Cervantes, the writer whose brilliant work of Don Quijote de La Mancha has the record for being translated into the most languages, transports us through the wonderful plains of La Mancha on a journey through valleys covered by windmills that the equestrian character confused them as giants.
Our route of Don Quijote by car starts in El Toboso, the town where our valiant nobleman met his beautiful Dulcinea, and where without a doubt, one of the places that inspired Cervantes the most. These streets are full of Quijote references and where we can also find the Casa de Dulcinea (House of Dulcinea), the Museo Cerantino (Cerantino Museum) and the famous Iglesia de San Antonio Abad (San Antonio Abad church), which inspired the saying ‘Con la Iglesia hemos topado’ (With the church we have come across).
Campo de Criptana
We continue along the N-420 until we reach Campo de Criptana, one of the most picturesque villages of Castilla-La Mancha and the region where there are most windmills per square metre. A must? The Molino Burleta (the Burleta windmill) where Don Quijote fought on his journey. This windmill is still one of the oldest in Spain and retains its original machinery.
Argamasilla de Alba
Is Argamasilla de Alba the famous place that Cervantes did not want to remember? We do not know for sure. What we do know is that in the Cueva de Medrano (Medrano Cave) our famous writes was imprisoned; indeed it is said that is was precisely here that he began to write the adventures of our nobleman. A place you must visit on your route of Don Quijote by car.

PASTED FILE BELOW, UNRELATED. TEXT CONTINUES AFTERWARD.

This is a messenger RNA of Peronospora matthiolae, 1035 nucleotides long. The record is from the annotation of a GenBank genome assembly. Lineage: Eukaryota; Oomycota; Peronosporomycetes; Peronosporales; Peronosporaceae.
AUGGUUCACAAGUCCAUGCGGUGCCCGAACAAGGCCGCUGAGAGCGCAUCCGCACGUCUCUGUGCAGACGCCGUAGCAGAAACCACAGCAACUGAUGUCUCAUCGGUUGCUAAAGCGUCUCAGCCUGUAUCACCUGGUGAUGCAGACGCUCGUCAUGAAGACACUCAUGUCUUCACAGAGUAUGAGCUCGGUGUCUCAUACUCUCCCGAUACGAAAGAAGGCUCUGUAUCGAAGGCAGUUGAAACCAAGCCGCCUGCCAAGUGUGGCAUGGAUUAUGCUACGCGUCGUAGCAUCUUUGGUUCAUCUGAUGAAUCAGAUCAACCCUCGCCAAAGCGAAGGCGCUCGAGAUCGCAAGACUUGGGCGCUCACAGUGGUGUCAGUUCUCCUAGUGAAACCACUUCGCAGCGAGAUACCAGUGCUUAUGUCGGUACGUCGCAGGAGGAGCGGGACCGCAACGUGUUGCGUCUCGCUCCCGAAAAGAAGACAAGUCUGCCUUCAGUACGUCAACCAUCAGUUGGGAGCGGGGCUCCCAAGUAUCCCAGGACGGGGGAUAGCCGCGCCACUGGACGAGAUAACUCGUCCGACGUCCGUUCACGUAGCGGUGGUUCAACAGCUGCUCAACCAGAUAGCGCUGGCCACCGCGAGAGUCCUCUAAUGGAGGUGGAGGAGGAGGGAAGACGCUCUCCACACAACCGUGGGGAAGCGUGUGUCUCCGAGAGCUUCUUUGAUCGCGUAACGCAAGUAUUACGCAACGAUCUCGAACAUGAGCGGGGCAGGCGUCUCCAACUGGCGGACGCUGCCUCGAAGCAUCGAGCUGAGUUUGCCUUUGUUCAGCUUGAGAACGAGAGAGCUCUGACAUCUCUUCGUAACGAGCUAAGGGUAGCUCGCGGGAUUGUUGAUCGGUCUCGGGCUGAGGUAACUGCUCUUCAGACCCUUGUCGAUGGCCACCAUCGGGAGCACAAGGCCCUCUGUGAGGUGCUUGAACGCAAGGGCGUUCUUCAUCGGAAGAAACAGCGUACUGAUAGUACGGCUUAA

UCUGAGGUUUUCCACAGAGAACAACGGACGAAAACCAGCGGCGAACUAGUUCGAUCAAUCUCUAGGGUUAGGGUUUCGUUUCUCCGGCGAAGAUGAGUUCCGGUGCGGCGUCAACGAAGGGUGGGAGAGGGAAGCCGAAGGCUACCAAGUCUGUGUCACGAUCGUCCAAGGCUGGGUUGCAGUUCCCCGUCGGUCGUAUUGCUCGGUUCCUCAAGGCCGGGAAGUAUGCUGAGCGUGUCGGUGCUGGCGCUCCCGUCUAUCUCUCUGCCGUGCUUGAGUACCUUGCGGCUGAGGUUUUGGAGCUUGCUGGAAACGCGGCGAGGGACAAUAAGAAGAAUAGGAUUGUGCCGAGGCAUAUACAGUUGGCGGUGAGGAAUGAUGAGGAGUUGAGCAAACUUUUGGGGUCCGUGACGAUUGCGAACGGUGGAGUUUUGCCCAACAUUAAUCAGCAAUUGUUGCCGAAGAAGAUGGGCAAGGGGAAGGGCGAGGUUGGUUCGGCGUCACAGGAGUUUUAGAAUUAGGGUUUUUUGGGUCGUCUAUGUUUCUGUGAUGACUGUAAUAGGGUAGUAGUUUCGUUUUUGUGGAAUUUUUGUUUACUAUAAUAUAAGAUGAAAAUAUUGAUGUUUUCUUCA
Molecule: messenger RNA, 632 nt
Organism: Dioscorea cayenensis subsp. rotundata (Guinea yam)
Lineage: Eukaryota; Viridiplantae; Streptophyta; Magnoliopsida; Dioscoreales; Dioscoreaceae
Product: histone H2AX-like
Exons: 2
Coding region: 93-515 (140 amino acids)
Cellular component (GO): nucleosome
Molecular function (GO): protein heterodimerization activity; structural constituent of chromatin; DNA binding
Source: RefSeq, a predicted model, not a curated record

The reddish lands of the fields of Montiel have an important role in Don Quijote. The immense valleys that are turned red and orange at dusk deserves a visit, as well as the nearby Cueva de Montesinos (Montesinos Cave) where one of the most enigmatic episodes of this masterpiece takes place.
Our final stop on our route of Don Quijote by car takes place in Consuegra and its row of twelve windmills on Cerro Calderico. Five of these windmills are still in operation and you can go inside two of them: the Bolero and the Rucio.
However, Consuegra is not only windmills. Among is patrimonial richness stands the Castillo de la Muela (Castle of the Muela), a building of the XIII century which is now being renovated. This building takes you a little more into the culture and way of life that impregnated Miguel de Cervantes.